After retirement, Bob continued his relationship with the American Institute of Professional Geologists. Bob also served as an appointee to the State of Illinois Board for Licensing Professional Geologists. Gail has continued to enjoy Botanical pursuits with Erica, a Biology Professor at Southeastern Oklahoma State University. Bob and Gail have conducted considerable research and have published widely.
In 1998, the family was pleased to welcome daughter-in-law Dr. Charlotte Corbett, into the family. The newest member of the family is two and one-half year old granddaughter Sarah-Jane.
Dr. Charles B. Harris is Emeritus Professor of English at Illinois State University, where he taught for 35 years (1968-2004), chairing the English Department for fifteen of those years (1979-1994).
His books include Contemporary American Novelists of the Absurd, Humor and the Recent American Novel, and Re(E)Valuations: Essays and Tributes Honoring John Barth; his articles have appeared in scholarly journals and essay collections; and he is publisher emeritus of American Book Review. He has served on several editorial boards.
Harris is past president of the Association of Departments of English (ADE), and is a member of national committees such as the ADE Ad Hoc Committee on the English Curriculum, as well state committees including the Illinois State Board of Education Language Arts Committee. In 1987, he was selected to participate in a conference on the Future of English Studies sponsored by the English Coalition at Maryland’s Aspen Institute. In 1997, the Modern Language Association honored him with the Francis Andrew March Award for Exceptional Service to the Profession of English. Harris also served on many arts-related boards such as the Board of Directors for Arts Alliance Illinois and has participated on arts panels and juries for such councils as the National Endowment for the Arts. He currently serves on the boards of two independent literary publishers.
While English Department Chairperson, the department developed its signature English Studies model. The Doctor of Arts program expanded to the nation’s largest program of its kind, becoming the department’s unique Ph.D. program in English Studies in 1997. The department also established and administered what is now the Julia N. Visor Academic Center, the English Language Institute, the current Publications Unit, the nationwide Grammar Hotline, and an internship program offering academic credit for non-teaching professional work experience. In 1986, the department became the first in the nation to offer all writing classes in computer classrooms. As director of the Unit for Contemporary Literature from 1994-2004, he attracted over a million dollars in external funding. The Unit prompted Publisher’s Weekly to dub Normal the “center for avant-garde publishing” in America.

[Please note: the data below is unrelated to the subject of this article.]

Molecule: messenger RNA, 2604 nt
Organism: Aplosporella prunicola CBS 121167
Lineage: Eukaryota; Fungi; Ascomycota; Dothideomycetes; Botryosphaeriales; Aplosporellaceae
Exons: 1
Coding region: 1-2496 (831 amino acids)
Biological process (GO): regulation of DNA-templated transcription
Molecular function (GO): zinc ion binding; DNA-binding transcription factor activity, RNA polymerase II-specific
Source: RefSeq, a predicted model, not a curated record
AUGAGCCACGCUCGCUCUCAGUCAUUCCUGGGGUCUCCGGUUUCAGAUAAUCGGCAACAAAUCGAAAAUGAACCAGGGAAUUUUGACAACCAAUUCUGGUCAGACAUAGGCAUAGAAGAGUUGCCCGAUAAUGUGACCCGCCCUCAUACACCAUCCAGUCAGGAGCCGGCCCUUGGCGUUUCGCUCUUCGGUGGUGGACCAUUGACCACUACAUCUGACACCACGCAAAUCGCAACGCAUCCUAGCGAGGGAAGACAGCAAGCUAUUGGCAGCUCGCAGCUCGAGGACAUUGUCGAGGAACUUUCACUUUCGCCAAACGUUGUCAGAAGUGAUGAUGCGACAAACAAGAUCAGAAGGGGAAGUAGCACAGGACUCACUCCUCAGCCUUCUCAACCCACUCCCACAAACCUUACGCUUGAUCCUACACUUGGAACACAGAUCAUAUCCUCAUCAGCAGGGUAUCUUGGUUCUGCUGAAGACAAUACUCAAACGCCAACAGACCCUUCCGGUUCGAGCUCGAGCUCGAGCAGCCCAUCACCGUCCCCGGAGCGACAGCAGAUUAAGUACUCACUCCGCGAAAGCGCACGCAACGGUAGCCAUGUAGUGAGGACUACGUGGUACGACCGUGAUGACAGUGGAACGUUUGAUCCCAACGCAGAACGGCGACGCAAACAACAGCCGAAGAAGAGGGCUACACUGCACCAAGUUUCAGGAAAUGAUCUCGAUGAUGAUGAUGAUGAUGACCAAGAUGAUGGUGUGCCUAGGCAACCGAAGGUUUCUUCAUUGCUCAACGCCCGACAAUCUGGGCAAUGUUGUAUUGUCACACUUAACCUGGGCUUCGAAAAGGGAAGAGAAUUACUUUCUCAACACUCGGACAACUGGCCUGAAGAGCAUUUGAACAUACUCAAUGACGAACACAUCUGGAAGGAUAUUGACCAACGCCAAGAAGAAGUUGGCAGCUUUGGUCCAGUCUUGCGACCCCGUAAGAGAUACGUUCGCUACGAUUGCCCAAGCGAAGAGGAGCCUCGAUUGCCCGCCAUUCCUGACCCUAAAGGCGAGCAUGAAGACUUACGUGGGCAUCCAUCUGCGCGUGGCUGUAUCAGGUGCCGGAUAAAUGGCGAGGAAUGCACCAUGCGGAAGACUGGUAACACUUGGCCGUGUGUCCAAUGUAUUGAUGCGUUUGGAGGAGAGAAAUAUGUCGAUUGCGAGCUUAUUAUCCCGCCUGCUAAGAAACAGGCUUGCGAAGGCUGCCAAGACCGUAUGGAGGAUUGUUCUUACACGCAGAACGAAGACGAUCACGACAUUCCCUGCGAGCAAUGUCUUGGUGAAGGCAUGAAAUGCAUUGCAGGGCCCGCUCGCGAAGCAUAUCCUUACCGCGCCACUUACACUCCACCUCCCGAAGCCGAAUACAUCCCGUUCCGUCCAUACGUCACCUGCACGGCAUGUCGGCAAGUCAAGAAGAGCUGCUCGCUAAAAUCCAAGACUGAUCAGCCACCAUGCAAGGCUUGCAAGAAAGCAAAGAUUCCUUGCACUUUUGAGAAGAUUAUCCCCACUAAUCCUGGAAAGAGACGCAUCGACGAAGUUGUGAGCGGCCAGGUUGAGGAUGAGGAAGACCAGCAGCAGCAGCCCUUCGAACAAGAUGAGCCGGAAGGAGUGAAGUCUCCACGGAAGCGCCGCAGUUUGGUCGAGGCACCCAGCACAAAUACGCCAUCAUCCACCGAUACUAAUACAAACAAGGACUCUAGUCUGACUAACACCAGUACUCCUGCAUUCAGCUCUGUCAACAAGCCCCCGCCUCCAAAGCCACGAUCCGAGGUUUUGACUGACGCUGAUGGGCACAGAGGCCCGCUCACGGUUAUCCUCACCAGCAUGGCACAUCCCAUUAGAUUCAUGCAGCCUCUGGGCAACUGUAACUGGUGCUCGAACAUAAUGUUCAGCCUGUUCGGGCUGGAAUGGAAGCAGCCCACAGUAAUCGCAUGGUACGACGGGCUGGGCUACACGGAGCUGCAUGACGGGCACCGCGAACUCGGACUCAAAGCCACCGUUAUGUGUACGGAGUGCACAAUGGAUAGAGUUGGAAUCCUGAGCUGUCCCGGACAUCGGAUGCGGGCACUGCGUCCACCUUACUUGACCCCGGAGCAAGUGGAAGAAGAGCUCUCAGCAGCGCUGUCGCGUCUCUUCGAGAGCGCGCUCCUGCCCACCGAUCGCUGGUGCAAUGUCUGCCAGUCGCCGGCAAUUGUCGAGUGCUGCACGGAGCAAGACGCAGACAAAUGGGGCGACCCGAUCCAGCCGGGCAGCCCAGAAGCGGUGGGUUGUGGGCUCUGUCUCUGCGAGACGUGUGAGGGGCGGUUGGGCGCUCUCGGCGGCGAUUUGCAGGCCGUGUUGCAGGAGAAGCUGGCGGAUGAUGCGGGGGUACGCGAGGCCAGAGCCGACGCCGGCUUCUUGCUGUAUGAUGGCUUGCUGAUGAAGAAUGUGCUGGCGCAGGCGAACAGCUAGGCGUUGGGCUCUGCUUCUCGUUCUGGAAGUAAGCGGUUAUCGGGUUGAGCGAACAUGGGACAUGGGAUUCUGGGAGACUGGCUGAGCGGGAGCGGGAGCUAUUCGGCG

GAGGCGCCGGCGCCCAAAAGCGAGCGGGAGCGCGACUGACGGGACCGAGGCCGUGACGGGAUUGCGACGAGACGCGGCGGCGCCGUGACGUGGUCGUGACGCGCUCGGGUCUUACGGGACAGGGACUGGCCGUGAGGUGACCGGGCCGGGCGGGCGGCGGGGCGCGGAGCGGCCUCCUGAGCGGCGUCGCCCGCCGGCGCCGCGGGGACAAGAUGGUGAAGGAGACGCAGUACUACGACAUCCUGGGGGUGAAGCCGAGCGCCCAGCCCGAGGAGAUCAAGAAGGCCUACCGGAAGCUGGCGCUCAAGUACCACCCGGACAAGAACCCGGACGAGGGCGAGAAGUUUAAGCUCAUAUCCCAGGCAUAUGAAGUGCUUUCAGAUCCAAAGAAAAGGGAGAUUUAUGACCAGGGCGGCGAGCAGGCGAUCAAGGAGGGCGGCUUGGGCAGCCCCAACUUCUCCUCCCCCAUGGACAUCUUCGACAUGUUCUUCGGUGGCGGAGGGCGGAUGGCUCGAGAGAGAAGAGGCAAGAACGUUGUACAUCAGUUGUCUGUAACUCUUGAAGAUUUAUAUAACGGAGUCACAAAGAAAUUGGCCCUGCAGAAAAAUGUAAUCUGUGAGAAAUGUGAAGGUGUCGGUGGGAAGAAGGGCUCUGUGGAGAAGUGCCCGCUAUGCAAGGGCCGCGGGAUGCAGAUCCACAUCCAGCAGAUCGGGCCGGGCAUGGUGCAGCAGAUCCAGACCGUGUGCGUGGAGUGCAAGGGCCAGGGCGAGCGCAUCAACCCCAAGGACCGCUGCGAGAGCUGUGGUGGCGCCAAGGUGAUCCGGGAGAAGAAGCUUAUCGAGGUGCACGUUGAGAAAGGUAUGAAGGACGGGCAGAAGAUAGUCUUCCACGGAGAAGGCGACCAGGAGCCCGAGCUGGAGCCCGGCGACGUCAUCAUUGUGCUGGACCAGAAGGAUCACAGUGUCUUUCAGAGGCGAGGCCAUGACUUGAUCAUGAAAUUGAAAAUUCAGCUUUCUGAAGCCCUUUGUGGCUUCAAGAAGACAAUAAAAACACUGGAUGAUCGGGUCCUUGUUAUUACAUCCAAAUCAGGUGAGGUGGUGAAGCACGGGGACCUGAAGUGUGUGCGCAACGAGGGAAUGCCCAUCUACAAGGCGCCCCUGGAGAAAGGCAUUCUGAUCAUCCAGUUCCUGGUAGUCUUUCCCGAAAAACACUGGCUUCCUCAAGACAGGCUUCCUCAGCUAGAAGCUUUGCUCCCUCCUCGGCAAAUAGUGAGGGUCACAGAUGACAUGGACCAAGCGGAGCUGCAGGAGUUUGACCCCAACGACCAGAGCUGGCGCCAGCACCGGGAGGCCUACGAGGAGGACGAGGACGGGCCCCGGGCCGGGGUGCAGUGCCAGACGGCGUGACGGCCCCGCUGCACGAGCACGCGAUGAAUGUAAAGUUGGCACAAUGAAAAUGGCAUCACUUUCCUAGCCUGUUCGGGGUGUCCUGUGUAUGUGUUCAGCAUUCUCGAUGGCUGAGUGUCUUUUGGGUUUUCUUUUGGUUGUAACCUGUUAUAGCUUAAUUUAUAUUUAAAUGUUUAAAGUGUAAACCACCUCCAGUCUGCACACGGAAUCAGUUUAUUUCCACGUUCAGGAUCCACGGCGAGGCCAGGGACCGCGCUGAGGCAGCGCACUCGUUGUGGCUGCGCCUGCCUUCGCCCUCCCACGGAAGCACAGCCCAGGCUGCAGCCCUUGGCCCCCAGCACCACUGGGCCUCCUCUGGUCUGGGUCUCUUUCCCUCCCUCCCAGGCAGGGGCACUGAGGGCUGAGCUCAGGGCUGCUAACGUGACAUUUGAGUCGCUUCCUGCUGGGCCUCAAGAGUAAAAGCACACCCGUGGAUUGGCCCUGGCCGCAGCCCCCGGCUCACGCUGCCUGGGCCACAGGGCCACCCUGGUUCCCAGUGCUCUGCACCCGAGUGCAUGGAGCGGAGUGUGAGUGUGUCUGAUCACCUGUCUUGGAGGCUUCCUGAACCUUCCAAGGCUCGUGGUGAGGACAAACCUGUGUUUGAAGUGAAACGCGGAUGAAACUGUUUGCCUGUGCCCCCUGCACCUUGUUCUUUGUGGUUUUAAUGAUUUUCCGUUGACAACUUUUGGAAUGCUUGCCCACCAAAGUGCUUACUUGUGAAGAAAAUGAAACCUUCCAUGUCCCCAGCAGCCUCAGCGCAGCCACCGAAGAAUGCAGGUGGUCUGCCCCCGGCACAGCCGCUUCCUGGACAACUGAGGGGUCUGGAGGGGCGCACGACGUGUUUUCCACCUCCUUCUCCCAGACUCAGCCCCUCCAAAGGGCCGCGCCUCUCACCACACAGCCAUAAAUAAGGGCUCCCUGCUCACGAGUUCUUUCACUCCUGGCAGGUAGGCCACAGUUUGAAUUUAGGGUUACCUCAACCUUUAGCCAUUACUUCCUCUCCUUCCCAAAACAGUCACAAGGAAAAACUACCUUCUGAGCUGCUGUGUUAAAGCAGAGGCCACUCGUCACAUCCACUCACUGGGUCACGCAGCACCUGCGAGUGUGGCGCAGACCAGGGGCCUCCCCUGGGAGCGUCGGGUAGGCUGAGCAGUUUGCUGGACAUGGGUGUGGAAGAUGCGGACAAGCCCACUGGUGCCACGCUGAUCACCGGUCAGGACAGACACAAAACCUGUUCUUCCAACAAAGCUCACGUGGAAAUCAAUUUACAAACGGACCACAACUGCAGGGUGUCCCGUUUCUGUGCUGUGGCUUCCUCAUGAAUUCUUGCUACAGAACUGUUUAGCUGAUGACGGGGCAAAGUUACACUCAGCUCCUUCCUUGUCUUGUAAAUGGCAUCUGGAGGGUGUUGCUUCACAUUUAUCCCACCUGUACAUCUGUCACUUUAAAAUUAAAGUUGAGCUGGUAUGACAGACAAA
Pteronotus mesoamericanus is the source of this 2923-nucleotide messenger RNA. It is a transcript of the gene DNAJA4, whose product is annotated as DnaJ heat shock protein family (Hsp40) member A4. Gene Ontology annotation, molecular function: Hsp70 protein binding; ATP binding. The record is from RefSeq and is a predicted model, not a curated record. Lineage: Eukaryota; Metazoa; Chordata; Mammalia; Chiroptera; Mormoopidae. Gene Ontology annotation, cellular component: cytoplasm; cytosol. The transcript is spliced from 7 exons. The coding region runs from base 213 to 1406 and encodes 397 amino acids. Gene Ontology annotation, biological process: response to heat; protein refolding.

Harris is married to former ISU English Professor Victoria Frenkel Harris, a current member of the McLean County Board. Son Gregory earned his bachelor’s in English at ISU, and a Ph.D. in English from Miami University of Ohio. He is State Director of Students First Ohio in Cincinnati. Daughter Kymberly holds a Master’s from ISU’s School of Theatre and an MFA from the Actor’s Studio Drama School in New York City. She lives in Los Angeles, where she teaches acting at the Lee Strassberg Theatre and Film Institute and is a member of Rogue Machine and the Skylight Theatre Company.
Deborah Hull-Walski is a Collections Officer with the Smithsonian Institution’s National Museum of Natural History (NMNH) Collections Program. As Collections Officer, Deb participates with, and assists, the Assistant Director for Collections in the overall planning, development, direction, and management of the Program’s activities. She also provides administrative oversight and coordination of collections management activities for the Office of Education and Outreach collections. In addition to her museum duties, Deb is a part-time faculty member with the George Washington University in Washington, D.C. She teaches a graduate level course on collections management and its practical applications in the real world.
Prior to her transition to Collections Officer, Deb was Collections Manager for the NMNH Department of Anthropology for over 20 years. In 2012, Deb was given the opportunity to serve as Collections Manager for the Office of Education and Outreach. She and other staff focused on the preparation and documentation of collections for Q?rius, an interactive and experimental learning center at NMNH, allowing the public to handle and explore over 6,000 specimens and objects.